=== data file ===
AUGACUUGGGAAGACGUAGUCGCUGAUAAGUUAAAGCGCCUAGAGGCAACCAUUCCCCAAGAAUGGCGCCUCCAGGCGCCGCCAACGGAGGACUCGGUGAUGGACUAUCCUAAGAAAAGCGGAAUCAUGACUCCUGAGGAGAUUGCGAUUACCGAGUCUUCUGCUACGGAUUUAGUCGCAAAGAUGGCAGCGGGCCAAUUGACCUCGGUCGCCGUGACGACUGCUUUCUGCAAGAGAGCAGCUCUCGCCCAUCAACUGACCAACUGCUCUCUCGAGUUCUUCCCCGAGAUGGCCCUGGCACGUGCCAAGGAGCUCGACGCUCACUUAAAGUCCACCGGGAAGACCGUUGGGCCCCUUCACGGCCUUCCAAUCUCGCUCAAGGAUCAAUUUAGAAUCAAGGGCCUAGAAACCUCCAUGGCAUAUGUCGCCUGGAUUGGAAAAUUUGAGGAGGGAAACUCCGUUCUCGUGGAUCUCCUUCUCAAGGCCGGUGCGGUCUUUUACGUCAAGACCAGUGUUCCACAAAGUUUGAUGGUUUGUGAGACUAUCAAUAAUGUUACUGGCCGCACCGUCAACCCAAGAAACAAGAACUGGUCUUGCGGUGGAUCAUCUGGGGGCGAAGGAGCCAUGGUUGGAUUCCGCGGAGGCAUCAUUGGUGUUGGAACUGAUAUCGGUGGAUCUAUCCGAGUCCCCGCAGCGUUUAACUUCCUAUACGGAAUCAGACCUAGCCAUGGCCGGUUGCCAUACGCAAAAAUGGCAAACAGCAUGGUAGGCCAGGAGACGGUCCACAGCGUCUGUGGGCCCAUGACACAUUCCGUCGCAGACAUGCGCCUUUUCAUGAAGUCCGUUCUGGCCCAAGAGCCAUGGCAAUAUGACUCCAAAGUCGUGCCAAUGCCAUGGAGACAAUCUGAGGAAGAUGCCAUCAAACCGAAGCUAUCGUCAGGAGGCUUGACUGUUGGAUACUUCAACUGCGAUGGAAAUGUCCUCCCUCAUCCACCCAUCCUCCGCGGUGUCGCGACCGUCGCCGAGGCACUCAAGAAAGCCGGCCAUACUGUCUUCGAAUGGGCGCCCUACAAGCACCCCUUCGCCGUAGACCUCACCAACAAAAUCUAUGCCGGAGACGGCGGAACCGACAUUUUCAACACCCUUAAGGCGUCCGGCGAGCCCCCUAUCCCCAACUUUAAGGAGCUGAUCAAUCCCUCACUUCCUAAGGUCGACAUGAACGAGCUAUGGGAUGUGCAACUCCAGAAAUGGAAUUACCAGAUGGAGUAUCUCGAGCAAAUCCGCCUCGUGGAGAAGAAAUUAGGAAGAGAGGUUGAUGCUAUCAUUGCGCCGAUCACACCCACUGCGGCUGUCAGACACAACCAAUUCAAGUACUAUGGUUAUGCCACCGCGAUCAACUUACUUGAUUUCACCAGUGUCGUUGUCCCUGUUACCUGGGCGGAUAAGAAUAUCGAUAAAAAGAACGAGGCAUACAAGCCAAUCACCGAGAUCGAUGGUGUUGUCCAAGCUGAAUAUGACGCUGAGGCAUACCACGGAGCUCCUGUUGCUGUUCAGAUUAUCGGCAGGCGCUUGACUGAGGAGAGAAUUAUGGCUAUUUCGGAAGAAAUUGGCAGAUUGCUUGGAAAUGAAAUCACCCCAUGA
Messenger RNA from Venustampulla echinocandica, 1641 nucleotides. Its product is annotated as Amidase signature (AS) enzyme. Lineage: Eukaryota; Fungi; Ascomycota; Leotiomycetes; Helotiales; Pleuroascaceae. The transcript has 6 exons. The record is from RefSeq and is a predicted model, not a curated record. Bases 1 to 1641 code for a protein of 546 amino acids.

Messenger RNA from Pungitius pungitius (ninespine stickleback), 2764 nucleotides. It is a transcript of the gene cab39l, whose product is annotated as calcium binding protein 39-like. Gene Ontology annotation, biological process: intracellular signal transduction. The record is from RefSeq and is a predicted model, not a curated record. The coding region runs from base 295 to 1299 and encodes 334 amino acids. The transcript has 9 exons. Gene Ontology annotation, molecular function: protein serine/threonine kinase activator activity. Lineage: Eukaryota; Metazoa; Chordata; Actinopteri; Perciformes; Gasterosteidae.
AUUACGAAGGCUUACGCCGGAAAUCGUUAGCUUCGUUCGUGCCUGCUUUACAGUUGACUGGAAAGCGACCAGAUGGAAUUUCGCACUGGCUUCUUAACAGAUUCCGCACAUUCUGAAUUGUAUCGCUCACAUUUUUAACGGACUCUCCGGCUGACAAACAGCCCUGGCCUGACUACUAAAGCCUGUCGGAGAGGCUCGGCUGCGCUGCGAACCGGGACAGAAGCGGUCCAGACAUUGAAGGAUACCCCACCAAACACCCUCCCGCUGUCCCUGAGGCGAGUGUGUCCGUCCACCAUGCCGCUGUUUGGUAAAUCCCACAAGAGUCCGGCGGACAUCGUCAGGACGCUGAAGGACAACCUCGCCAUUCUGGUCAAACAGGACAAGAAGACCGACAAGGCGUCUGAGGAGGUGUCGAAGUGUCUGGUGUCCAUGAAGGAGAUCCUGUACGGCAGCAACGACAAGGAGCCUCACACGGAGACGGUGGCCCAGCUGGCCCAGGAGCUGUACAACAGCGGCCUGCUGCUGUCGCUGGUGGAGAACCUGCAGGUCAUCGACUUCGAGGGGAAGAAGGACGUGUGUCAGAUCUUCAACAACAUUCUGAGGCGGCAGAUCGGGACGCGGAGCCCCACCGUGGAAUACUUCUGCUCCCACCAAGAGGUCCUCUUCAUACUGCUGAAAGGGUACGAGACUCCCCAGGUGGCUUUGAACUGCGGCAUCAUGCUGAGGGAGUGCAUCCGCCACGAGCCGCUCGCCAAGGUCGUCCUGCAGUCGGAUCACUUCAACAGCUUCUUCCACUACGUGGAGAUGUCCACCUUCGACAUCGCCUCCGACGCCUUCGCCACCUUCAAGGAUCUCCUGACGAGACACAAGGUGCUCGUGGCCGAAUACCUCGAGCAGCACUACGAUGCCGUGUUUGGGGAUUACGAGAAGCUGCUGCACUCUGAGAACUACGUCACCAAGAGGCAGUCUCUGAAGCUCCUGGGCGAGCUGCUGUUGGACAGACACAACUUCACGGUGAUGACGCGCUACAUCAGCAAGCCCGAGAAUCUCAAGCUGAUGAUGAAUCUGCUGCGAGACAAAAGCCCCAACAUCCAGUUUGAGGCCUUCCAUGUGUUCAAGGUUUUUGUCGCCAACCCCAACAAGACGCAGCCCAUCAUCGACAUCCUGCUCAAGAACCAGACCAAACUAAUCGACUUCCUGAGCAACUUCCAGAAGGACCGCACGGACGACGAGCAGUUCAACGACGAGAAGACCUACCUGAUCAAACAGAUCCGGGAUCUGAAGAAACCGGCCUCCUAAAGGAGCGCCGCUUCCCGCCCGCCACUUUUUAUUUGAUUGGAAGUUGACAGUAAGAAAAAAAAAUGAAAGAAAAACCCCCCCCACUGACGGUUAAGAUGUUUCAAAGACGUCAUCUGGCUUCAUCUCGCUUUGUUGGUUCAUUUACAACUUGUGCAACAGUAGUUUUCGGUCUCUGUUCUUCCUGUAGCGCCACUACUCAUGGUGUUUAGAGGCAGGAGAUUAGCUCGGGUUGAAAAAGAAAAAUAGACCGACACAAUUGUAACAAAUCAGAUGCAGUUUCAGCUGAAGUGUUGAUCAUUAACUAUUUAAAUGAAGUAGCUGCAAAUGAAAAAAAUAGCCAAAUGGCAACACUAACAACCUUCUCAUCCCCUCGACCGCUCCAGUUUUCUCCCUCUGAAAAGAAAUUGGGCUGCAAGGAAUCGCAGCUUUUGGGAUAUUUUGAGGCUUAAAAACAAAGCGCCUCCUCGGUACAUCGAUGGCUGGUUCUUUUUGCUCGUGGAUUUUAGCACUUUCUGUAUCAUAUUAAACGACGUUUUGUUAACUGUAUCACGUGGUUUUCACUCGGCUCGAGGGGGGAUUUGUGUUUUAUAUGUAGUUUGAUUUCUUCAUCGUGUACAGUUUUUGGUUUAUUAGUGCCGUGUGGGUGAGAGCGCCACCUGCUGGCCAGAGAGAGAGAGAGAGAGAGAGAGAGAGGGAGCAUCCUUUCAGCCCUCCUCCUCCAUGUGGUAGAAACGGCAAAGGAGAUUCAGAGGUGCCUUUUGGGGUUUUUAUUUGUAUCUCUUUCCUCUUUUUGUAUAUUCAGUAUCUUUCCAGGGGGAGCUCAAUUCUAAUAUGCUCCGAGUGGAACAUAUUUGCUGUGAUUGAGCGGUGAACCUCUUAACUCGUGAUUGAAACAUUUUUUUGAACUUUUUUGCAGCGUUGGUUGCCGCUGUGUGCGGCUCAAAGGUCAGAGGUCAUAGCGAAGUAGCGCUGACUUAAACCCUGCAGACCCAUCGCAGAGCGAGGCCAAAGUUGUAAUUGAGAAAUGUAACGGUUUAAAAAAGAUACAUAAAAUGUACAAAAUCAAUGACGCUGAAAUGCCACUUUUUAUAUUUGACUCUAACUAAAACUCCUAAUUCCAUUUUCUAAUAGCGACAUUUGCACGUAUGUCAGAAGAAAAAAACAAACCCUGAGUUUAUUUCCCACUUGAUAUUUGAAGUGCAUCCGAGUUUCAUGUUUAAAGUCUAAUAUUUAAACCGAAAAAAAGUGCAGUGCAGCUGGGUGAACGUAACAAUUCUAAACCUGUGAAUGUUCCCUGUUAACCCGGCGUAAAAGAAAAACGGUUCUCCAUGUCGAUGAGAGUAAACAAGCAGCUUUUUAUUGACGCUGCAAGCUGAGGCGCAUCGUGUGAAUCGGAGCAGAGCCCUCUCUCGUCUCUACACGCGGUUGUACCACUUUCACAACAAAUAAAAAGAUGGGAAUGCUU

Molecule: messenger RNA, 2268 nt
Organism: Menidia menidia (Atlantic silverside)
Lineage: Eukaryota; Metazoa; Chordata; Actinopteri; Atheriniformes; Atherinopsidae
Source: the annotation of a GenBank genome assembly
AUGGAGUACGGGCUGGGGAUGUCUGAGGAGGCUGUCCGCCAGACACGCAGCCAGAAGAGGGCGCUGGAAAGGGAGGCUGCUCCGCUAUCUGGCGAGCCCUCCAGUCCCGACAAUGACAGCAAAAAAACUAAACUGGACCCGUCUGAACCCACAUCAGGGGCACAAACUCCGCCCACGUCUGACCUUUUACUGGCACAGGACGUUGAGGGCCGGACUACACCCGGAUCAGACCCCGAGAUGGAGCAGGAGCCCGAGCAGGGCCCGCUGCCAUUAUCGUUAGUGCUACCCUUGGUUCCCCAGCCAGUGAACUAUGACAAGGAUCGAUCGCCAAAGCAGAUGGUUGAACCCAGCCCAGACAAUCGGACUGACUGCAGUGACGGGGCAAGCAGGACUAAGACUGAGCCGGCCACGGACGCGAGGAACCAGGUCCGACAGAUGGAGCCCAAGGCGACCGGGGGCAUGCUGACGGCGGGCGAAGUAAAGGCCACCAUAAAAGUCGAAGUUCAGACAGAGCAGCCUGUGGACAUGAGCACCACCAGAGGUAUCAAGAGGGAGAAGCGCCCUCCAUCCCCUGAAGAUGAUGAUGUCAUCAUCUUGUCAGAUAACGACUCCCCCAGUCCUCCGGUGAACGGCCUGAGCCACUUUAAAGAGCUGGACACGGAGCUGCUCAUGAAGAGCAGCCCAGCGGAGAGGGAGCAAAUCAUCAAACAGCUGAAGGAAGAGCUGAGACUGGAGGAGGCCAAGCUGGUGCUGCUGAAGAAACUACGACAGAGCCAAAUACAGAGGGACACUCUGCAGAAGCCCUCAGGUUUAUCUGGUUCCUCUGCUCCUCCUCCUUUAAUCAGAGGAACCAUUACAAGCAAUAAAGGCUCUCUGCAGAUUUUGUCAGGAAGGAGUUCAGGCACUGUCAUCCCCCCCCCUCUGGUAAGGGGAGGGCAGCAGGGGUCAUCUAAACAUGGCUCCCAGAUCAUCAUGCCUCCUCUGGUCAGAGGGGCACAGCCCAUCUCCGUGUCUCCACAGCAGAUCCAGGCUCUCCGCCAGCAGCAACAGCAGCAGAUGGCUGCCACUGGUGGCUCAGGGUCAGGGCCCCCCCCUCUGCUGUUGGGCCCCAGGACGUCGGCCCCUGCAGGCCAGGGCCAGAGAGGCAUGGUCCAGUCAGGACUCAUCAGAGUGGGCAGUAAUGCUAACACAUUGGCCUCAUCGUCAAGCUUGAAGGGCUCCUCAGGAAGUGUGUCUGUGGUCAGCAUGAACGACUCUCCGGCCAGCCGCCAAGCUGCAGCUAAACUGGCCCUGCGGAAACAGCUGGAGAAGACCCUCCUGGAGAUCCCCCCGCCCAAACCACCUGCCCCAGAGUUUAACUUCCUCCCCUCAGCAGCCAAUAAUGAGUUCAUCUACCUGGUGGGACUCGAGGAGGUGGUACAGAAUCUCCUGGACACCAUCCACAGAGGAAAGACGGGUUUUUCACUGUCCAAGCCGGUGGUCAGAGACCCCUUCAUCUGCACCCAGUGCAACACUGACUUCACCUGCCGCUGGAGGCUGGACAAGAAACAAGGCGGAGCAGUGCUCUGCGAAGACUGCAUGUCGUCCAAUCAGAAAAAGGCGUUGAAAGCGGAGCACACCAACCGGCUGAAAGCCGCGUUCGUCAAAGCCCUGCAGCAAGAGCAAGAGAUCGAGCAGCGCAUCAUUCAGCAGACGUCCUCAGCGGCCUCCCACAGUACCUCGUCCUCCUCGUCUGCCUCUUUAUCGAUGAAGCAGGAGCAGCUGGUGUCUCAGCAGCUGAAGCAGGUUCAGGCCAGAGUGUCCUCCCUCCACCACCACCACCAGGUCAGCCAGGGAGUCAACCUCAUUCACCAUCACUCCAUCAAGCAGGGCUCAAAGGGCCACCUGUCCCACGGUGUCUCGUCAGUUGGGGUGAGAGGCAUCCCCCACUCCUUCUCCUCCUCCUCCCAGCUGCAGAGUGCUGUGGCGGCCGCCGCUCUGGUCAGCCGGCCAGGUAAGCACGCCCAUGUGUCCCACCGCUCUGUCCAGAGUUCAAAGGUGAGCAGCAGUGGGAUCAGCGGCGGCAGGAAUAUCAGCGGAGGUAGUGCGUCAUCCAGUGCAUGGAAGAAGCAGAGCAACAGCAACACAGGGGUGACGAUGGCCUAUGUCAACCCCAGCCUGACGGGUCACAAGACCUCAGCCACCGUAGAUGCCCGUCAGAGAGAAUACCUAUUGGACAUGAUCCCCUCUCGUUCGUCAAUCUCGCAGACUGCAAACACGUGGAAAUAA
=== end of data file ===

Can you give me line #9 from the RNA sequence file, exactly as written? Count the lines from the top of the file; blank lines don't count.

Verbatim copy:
AUGGAGUACGGGCUGGGGAUGUCUGAGGAGGCUGUCCGCCAGACACGCAGCCAGAAGAGGGCGCUGGAAAGGGAGGCUGCUCCGCUAUCUGGCGAGCCCUCCAGUCCCGACAAUGACAGCAAAAAAACUAAACUGGACCCGUCUGAACCCACAUCAGGGGCACAAACUCCGCCCACGUCUGACCUUUUACUGGCACAGGACGUUGAGGGCCGGACUACACCCGGAUCAGACCCCGAGAUGGAGCAGGAGCCCGAGCAGGGCCCGCUGCCAUUAUCGUUAGUGCUACCCUUGGUUCCCCAGCCAGUGAACUAUGACAAGGAUCGAUCGCCAAAGCAGAUGGUUGAACCCAGCCCAGACAAUCGGACUGACUGCAGUGACGGGGCAAGCAGGACUAAGACUGAGCCGGCCACGGACGCGAGGAACCAGGUCCGACAGAUGGAGCCCAAGGCGACCGGGGGCAUGCUGACGGCGGGCGAAGUAAAGGCCACCAUAAAAGUCGAAGUUCAGACAGAGCAGCCUGUGGACAUGAGCACCACCAGAGGUAUCAAGAGGGAGAAGCGCCCUCCAUCCCCUGAAGAUGAUGAUGUCAUCAUCUUGUCAGAUAACGACUCCCCCAGUCCUCCGGUGAACGGCCUGAGCCACUUUAAAGAGCUGGACACGGAGCUGCUCAUGAAGAGCAGCCCAGCGGAGAGGGAGCAAAUCAUCAAACAGCUGAAGGAAGAGCUGAGACUGGAGGAGGCCAAGCUGGUGCUGCUGAAGAAACUACGACAGAGCCAAAUACAGAGGGACACUCUGCAGAAGCCCUCAGGUUUAUCUGGUUCCUCUGCUCCUCCUCCUUUAAUCAGAGGAACCAUUACAAGCAAUAAAGGCUCUCUGCAGAUUUUGUCAGGAAGGAGUUCAGGCACUGUCAUCCCCCCCCCUCUGGUAAGGGGAGGGCAGCAGGGGUCAUCUAAACAUGGCUCCCAGAUCAUCAUGCCUCCUCUGGUCAGAGGGGCACAGCCCAUCUCCGUGUCUCCACAGCAGAUCCAGGCUCUCCGCCAGCAGCAACAGCAGCAGAUGGCUGCCACUGGUGGCUCAGGGUCAGGGCCCCCCCCUCUGCUGUUGGGCCCCAGGACGUCGGCCCCUGCAGGCCAGGGCCAGAGAGGCAUGGUCCAGUCAGGACUCAUCAGAGUGGGCAGUAAUGCUAACACAUUGGCCUCAUCGUCAAGCUUGAAGGGCUCCUCAGGAAGUGUGUCUGUGGUCAGCAUGAACGACUCUCCGGCCAGCCGCCAAGCUGCAGCUAAACUGGCCCUGCGGAAACAGCUGGAGAAGACCCUCCUGGAGAUCCCCCCGCCCAAACCACCUGCCCCAGAGUUUAACUUCCUCCCCUCAGCAGCCAAUAAUGAGUUCAUCUACCUGGUGGGACUCGAGGAGGUGGUACAGAAUCUCCUGGACACCAUCCACAGAGGAAAGACGGGUUUUUCACUGUCCAAGCCGGUGGUCAGAGACCCCUUCAUCUGCACCCAGUGCAACACUGACUUCACCUGCCGCUGGAGGCUGGACAAGAAACAAGGCGGAGCAGUGCUCUGCGAAGACUGCAUGUCGUCCAAUCAGAAAAAGGCGUUGAAAGCGGAGCACACCAACCGGCUGAAAGCCGCGUUCGUCAAAGCCCUGCAGCAAGAGCAAGAGAUCGAGCAGCGCAUCAUUCAGCAGACGUCCUCAGCGGCCUCCCACAGUACCUCGUCCUCCUCGUCUGCCUCUUUAUCGAUGAAGCAGGAGCAGCUGGUGUCUCAGCAGCUGAAGCAGGUUCAGGCCAGAGUGUCCUCCCUCCACCACCACCACCAGGUCAGCCAGGGAGUCAACCUCAUUCACCAUCACUCCAUCAAGCAGGGCUCAAAGGGCCACCUGUCCCACGGUGUCUCGUCAGUUGGGGUGAGAGGCAUCCCCCACUCCUUCUCCUCCUCCUCCCAGCUGCAGAGUGCUGUGGCGGCCGCCGCUCUGGUCAGCCGGCCAGGUAAGCACGCCCAUGUGUCCCACCGCUCUGUCCAGAGUUCAAAGGUGAGCAGCAGUGGGAUCAGCGGCGGCAGGAAUAUCAGCGGAGGUAGUGCGUCAUCCAGUGCAUGGAAGAAGCAGAGCAACAGCAACACAGGGGUGACGAUGGCCUAUGUCAACCCCAGCCUGACGGGUCACAAGACCUCAGCCACCGUAGAUGCCCGUCAGAGAGAAUACCUAUUGGACAUGAUCCCCUCUCGUUCGUCAAUCUCGCAGACUGCAAACACGUGGAAAUAA